The role of the government was also debated among the panellists. Glen Casanova, executive director of Singapore Power International, noted that when entering a market, it is important to know whether your business will rely on the market, or on a regulator, for returns. Investors clearly need to know the ‘rules of the game’, and require consistent and transparent rules and regulation.

The end of the PPA?

Power market structure and the role of government and regulators naturally have implications for project finance. The panellists agreed that merchant project finance was a long way off in Asia. In well developed deregulated power markets such as the UK and Texas, USA, the link between the natural gas price and wholesale power prices allows merchant power projects to obtain project financing. The risks of merchant project financing in Asia are far too high. For the foreseeable future, the PPA will be an essential tool for investors.

According to Oberg, the financial crisis and the problems experienced with PPAs will lead to some changes in financing. Although Indonesia structured its PPAs with IPPs well, the financing was done in US dollars, while project revenues were in local currency. This, says Oberg, was not sustainable. It exposed investors fully to currency risk, and we are now likely to see more financing in local currency.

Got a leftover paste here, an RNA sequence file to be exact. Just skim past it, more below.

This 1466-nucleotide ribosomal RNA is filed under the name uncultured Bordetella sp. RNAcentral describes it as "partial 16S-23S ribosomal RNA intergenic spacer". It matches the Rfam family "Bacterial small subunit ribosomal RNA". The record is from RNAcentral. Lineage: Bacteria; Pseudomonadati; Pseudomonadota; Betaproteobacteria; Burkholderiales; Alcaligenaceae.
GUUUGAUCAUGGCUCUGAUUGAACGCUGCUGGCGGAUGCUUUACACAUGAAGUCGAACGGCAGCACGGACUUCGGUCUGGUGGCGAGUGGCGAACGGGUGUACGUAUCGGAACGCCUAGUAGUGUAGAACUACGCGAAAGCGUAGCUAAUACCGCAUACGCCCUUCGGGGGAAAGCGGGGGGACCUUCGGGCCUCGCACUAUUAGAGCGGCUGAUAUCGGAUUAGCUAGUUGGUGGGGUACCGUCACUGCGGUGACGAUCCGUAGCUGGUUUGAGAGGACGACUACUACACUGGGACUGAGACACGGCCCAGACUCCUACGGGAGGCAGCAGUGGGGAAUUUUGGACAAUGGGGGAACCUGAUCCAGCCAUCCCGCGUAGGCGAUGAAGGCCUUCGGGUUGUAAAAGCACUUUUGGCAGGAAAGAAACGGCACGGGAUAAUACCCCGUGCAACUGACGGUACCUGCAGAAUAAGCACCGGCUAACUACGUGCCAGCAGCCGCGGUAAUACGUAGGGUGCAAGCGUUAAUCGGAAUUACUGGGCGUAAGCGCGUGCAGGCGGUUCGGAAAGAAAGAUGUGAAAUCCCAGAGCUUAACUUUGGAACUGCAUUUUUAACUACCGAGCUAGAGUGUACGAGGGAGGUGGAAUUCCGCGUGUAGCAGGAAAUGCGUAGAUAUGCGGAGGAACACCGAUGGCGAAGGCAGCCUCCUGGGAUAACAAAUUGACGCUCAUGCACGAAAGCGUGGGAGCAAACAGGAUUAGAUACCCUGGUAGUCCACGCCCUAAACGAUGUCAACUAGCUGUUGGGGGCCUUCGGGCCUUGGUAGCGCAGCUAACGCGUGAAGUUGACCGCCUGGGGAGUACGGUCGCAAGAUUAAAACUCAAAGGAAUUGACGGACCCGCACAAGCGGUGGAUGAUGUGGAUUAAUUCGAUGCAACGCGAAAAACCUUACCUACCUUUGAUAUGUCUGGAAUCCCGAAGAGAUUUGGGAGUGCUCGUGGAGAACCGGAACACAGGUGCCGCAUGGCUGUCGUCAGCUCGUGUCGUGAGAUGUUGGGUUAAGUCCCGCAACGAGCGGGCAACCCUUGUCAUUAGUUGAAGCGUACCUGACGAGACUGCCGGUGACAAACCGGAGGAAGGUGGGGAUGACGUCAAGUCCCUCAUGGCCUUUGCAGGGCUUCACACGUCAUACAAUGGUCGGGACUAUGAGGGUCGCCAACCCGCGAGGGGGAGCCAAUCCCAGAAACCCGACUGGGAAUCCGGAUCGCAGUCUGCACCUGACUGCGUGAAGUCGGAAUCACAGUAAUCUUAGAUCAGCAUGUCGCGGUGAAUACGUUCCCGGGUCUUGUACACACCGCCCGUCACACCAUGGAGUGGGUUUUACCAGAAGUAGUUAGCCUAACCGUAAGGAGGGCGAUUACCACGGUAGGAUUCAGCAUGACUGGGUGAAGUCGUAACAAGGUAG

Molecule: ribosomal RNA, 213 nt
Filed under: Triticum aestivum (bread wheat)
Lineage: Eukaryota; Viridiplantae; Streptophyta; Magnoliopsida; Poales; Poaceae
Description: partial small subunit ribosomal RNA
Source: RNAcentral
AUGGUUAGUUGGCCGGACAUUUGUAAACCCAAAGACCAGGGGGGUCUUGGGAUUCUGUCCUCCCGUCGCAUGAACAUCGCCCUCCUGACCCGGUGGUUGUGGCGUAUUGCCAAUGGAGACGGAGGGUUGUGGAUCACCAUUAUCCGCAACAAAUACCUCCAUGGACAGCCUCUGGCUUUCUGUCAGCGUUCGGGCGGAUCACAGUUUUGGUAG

The one market that stood out among the panellists as a ‘no go’ area was India. While Tsunhisa Katsumata, executive vice president of Tokyo Electric Power Co Inc (Tepco), said that taking a long-term view was important, Oberg said that most investors would not look at India right now. Power market reforms in India are not progressing, and this, together with the problems surrounding the Dabhol project, mean that Indian banks are not willing to lend on new projects.

“It’s a potentially attractive market, but not right now,” said Casanova.

Lessons learned

Asian countries can at least go forward with the benefit of hindsight – not just from the financial crisis, but also from deregulation by the USA and Europe.

Japan, which is gradually deregulating its power industry and allowing competition in generation and retail, was due to launch a review of the current status of deregulation in October 2001. According to Katsumata, it will look at issues such as security of supply, competition, retail choice, and would certainly take on board lessons from California.